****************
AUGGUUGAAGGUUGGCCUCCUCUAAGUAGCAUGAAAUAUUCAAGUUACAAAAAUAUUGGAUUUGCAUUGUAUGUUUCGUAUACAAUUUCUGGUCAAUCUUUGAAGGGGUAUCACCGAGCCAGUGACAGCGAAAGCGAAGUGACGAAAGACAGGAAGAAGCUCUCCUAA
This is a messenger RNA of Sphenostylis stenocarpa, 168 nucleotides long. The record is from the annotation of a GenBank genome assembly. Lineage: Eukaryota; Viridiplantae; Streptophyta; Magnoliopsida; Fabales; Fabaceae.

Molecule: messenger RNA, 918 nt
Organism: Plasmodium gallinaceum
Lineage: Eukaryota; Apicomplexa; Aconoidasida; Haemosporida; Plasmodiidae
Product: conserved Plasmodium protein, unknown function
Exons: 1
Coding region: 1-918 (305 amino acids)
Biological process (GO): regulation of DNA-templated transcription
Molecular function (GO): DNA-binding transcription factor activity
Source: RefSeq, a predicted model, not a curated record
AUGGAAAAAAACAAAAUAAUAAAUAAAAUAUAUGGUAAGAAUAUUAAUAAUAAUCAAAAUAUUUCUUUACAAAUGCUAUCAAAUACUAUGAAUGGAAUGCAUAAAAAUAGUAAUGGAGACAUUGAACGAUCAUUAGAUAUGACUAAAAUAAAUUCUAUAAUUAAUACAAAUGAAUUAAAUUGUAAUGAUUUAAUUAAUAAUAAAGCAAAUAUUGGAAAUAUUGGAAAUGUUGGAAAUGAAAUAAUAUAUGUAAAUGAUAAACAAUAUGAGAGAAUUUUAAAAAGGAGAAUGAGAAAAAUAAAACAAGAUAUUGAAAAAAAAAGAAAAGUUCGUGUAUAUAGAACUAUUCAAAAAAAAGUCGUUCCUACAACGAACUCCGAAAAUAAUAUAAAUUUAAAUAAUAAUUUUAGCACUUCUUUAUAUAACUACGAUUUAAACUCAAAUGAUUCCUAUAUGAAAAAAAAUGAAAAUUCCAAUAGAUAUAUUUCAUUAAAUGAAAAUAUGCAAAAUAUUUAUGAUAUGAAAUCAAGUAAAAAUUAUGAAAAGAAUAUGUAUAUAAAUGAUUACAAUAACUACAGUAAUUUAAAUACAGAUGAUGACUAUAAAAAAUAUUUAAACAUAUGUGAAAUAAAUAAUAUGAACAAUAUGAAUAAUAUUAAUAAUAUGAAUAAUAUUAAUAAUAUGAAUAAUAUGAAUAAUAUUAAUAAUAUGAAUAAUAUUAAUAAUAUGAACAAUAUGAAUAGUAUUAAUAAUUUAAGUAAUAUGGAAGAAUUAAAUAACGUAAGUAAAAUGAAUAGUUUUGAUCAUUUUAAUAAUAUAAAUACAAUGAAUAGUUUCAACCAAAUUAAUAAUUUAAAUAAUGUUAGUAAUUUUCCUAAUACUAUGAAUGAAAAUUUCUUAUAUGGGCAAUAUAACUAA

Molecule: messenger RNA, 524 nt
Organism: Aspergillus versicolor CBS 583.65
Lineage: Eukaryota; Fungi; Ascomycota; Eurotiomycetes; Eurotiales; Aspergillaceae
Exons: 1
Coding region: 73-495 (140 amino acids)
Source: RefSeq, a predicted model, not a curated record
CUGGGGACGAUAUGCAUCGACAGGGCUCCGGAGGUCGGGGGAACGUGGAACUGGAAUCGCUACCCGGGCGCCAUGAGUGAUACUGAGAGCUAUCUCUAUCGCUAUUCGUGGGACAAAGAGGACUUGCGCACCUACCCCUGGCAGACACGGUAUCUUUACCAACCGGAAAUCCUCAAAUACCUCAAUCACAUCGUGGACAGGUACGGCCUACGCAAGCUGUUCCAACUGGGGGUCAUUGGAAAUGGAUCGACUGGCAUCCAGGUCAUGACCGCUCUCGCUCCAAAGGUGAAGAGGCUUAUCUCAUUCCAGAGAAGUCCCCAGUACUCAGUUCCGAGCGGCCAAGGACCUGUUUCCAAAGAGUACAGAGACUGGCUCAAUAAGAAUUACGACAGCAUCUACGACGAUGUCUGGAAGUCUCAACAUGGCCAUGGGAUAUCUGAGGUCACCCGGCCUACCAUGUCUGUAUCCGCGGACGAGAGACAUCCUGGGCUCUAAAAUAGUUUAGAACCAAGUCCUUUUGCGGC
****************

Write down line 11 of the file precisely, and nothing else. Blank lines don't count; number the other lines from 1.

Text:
Source: RefSeq, a predicted model, not a curated record